What is the Aim of Humanistic Education?

(i) Broadly Educated Man

To produce a broadly educated man possessing a well rounded personality who could assume leadership in church and state.

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(ii) Accomplishments


To produce men who should have a wide range of accomplishments. They should be able to express themselves in poetry, song, dance etc. All men should be physically and mentally healthy. Jacks say that according to Humanists human perfection must be final objective.


The main tenet of humanism, i.e., education for all and child is the centre of all education and the broad aims of education reflect on the type of curriculum. Hans says that the humanistic curriculum had in it the ‘real’ studies so that those could light the minds of children since it was the pupil who came first or got priority-method and theory later.

(i) Accordingly, curriculum included the study of old classics of Greeks and Romans since early humanists considered these to possessing profundity of content, literary style etc. and they believed that all the values such as wide learning, all round development, life of action, qualities of artistic enjoyment could be achieved by teaching Greek and Roman literature.


In comparison with literature and classics, they gave slight attention to mathematics, natural history; music etc and much less attention were given by them to the vernaculars in their curriculum. They believed that if history and ethics is to be studied-we should study those as a part of the work of the old classical writers.

(ii) Physical Education was also included in their curriculum and there was due place for it. It aimed at producing a new brave class of people.

Academician J.B. Florin and his Humanistic Curriculum

In the 18th century Florin asserted, “Philosophy and the sciences ought to be made the principal study of young persons.” He classified all subjects of instruction into three groups: (i) Relation of man to nature, (ii) Relation of man to himself, and (iii) Relation of man to other men.


He advised a ten years course for the ages seven to seventeen presuming that the boys would enter his academy with a fair knowledge of writing and reading.

The subjects included all branches of mathematics, history, applied sciences for the first group; Latin, French, Italian, Grammar, Rhetoric, poetry, drawing, music and exercise for the second group; History, politics, economics and biography for the third group.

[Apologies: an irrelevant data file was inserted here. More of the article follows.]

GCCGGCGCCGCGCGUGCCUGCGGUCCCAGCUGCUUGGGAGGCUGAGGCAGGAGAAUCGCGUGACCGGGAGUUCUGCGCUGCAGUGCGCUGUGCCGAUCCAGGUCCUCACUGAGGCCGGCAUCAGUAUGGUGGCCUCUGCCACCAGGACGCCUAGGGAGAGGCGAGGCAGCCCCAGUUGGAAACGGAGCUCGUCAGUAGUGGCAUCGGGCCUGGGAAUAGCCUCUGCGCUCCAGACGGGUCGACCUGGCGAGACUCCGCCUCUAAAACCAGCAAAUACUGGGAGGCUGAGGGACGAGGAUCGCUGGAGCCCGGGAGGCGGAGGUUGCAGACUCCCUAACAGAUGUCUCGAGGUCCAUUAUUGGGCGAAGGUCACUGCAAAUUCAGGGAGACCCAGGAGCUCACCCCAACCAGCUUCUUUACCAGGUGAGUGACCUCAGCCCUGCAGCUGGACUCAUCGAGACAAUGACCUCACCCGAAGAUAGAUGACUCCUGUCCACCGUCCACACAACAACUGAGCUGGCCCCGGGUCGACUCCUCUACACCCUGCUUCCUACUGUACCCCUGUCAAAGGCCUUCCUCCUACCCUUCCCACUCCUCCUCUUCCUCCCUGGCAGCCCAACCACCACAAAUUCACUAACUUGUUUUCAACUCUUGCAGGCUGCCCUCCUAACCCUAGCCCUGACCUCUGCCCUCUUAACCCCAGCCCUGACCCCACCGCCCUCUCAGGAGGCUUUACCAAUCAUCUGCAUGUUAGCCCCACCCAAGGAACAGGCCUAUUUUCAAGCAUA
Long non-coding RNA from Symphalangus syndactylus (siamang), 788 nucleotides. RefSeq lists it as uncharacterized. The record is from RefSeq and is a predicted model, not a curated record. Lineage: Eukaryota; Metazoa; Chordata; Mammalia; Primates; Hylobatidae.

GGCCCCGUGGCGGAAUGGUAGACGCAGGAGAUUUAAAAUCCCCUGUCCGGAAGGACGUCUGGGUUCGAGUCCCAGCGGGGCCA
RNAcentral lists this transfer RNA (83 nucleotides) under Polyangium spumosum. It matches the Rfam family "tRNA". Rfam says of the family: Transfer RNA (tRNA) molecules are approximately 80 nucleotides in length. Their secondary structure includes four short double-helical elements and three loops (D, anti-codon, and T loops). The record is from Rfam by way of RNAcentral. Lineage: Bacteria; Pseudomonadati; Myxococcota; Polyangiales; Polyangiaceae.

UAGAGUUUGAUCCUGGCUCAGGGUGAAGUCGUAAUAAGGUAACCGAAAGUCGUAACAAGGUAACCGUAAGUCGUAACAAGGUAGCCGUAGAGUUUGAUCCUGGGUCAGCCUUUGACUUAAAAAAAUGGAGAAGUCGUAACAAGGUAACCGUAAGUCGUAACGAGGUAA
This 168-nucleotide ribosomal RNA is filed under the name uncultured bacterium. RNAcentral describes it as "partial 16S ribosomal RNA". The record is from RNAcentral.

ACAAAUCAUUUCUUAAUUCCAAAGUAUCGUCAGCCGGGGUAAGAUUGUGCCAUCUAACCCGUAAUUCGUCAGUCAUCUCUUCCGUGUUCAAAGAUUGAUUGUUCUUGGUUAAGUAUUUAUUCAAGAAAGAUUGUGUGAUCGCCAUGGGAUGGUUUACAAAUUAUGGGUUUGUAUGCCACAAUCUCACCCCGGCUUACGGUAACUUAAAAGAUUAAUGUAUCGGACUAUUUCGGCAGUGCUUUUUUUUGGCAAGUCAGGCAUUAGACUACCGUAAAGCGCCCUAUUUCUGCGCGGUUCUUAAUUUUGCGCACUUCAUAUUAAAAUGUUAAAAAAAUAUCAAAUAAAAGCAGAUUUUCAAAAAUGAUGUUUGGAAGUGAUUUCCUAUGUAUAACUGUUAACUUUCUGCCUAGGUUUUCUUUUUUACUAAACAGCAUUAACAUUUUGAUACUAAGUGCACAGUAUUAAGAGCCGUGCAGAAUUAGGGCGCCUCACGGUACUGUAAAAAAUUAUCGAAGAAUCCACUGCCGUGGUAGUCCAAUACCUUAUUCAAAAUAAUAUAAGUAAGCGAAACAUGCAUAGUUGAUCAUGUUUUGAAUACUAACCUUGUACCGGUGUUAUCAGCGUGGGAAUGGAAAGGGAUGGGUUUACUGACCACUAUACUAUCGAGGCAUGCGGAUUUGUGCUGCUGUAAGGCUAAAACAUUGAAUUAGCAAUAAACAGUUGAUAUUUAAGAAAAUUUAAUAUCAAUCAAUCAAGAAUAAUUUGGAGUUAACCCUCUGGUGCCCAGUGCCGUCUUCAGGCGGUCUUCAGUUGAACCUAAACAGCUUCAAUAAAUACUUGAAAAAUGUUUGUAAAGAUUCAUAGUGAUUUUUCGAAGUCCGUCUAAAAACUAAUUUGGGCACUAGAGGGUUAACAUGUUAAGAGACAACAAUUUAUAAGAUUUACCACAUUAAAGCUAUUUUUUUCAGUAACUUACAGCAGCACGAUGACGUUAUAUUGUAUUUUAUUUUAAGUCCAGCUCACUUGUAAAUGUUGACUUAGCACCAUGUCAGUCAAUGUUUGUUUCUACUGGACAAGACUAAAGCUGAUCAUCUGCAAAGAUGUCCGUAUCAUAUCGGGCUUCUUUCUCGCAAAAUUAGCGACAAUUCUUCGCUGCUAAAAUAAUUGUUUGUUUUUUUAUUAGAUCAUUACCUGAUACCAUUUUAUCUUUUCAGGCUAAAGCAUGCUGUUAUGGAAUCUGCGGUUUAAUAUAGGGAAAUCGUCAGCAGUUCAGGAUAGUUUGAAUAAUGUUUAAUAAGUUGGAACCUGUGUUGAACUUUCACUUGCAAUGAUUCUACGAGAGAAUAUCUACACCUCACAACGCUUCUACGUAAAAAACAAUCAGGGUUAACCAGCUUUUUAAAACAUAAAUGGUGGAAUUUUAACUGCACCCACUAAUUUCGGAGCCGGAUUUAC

Method of Teaching

(i) It was Erasmus who had left in writing about the method. He had tried the old methods in teaching literature and he told us, “Do not give the personal account of the author-rather appreciate the work of the author.” We should talk about his style, about his vocabulary etc. rather become personal with him.

(ii) Talking about difficulties in the way of learning, humanists say that the teacher should give few simple directions to overcome difficulties. Do not hurry because learning comes easily when the proper stage is reached. Avoid difficulty which can be easily ignored. Postpone things.

(iii) Next item in the method of humanistic education was to set exercises for the matter taught. It should not be literal reproduction. The subject should be reproduced. He did not favor taking notes. He would encourage memorization, understanding and reproduction. The substance is memorized. Let the child understand critically and then reproduce. The maxim was:-understand-arrange-Repeat.

(iv) For mature students, early humanists recommended lectures and debates. Independence and individuality were introduced in learning of lessons. It was a protest against verbalism and cram work.

Other Features

(a) Discipline

Humanists believed in discipline in the schools. It was a discipline of kindness than of vindictiveness. There was an appeal to pride and ambition in the child rather than to rigors of punishment.

(b) Role of Teacher

It is the teacher who is the chief agent in this enterprise of sensible integration and success or failure depends upon his outlook and methods. If he lives a unified life himself, he will help his pupils to find a unity in the multiplicity of their experience, but if he is to do all this, he will require different type of training.

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